- Coolendar: I'll check it out. (middle)
- Yodiz: It sounds like much more than I need for myself.
- Smthngs: Whoa. Wait. This one merits serious consideration. (#1) UPDATE: It's available online and on Android, it works in offline mode, it has all the ways I like to slice and dice, except for ONE BIG ONE. I always need import and export before I put my data in a bucket, and I don't see that. I'm sad, because it's lovely and responsive, but I'd like to save myself a headache in the long run. *sigh* Strike another one from the list.
- TickTick: The Android app is a bit large, and I'd rather see screenshots or a test mode.
- One Line Todo: This one has Google Tasks support for the Online access I want (I hope). However, the bar is set at the Google Tasks interface, and I'd rather do better than that.
- do.com: I don't really need deals, thanks.
- ToDo Pro: Just for me, thanks.
- Taskos (Task List): Thanks to Rob, I'm adding this to the list as a Google Tasks Android client. (#2)
Thursday, August 8, 2013
Sticks and stones may break my bones, but words will never hurt me.
I call Baloney on that childhood rhyme.
I want to use a simplified model of communication in this post: two people talking to each other. When Alice speaks, she has intent. When Bob listens to her, her words have an impact on him. Good communication happens when [good] intent has a matching impact. When the two don't align (as can be a problem for relationships, religious beliefs, and more), those words can get offensive. (Seriously, read It's not about The Onion.)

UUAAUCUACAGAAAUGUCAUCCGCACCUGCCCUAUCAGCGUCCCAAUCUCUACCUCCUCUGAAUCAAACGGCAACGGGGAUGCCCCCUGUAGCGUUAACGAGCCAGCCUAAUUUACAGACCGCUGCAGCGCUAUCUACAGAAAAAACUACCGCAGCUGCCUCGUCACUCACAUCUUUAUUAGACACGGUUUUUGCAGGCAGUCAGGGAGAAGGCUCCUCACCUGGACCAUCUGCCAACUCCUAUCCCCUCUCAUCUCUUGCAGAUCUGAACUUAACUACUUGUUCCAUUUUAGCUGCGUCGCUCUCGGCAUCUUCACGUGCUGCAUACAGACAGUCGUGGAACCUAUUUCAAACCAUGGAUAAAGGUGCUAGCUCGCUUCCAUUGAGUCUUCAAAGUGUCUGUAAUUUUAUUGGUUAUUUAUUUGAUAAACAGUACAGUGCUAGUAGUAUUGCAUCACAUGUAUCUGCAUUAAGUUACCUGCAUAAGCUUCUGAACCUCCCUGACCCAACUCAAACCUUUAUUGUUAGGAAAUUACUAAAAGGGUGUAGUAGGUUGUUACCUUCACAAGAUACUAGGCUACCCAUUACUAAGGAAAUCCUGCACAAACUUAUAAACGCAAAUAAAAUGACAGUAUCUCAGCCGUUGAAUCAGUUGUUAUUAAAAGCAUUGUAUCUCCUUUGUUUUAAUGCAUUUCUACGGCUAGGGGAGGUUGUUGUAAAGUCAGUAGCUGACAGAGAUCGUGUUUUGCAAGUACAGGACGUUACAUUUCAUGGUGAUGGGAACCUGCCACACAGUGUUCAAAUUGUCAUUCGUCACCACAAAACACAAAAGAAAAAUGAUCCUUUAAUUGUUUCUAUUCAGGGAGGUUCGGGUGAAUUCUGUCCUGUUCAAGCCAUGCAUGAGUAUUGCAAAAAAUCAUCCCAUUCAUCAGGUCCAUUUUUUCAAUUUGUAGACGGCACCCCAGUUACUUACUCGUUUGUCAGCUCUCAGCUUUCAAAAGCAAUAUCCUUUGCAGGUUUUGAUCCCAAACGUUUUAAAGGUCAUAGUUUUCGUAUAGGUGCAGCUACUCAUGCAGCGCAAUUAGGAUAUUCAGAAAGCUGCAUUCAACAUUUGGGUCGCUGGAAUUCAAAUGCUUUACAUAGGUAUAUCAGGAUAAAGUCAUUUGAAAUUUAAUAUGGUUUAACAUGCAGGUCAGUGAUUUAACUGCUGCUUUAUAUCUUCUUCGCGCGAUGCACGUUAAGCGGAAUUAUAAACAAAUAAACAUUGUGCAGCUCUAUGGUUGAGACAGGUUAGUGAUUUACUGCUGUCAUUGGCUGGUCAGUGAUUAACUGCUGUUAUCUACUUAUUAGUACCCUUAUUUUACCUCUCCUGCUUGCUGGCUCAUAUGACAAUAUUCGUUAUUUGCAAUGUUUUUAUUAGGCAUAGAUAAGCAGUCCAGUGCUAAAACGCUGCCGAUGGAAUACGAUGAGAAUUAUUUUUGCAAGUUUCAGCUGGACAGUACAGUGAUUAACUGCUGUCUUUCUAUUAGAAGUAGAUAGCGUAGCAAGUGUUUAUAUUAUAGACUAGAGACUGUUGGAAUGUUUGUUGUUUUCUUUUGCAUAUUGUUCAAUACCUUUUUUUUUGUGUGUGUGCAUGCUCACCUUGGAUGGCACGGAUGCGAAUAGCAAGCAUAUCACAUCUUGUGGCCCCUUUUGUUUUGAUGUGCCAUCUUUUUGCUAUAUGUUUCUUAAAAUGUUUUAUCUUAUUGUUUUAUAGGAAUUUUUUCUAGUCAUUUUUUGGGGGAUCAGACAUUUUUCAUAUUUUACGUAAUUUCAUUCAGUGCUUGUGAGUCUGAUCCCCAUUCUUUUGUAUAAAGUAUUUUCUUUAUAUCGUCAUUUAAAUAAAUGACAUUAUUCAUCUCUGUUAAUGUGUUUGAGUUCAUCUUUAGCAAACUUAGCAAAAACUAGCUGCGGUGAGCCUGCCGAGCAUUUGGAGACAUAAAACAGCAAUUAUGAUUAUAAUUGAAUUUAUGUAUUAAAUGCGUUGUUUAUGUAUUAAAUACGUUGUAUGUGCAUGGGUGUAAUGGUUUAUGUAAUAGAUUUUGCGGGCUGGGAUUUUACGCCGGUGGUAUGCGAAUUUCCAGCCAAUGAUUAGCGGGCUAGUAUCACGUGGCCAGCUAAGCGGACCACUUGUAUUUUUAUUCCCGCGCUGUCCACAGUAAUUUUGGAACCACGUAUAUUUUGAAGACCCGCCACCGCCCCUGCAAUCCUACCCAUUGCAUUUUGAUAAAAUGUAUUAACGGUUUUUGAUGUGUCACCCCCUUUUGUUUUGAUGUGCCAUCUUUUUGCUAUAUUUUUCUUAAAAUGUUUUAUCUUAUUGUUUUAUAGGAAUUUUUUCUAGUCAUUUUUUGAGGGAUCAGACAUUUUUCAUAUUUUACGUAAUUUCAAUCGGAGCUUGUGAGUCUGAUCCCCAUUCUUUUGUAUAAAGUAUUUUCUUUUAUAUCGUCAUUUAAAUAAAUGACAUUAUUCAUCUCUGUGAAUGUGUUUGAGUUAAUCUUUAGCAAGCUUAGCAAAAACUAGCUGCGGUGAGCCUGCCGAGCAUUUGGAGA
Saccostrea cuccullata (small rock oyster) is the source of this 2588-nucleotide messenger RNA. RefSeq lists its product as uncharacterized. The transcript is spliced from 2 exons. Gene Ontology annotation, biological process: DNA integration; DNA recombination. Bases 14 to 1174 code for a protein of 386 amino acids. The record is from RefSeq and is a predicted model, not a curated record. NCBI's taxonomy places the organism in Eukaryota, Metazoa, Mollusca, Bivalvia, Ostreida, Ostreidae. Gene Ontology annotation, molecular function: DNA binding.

If the intent is good, but the impact is bad (sorry, I'm still simplifying), I need more information. Does Alice know her impact is bad? Has Alice actually been told this? Has Alice apologized, sympathized, or empathized? Has Alice thought about how to do better in the future? If the pattern of behavior is all bad impact with no visible effort to improve, it's just toxic waste [see #6].
Intent and impact are two sides of the same coin of communication.
I think intent does matter, but it's not the only thing. In a conversation with two equal participants, Alice's intent should have an equal weight compared to the impact on Bob. If Alice exhibits a pattern of undesirable impact that she hasn't improved (even if bungled), I personally care a whole lot less about her intent.
UPDATE: Scientific American has a thoughtful blog post on intent versus impact titled "But I didn’t mean it!" Why it’s so hard to prioritize impacts over intents.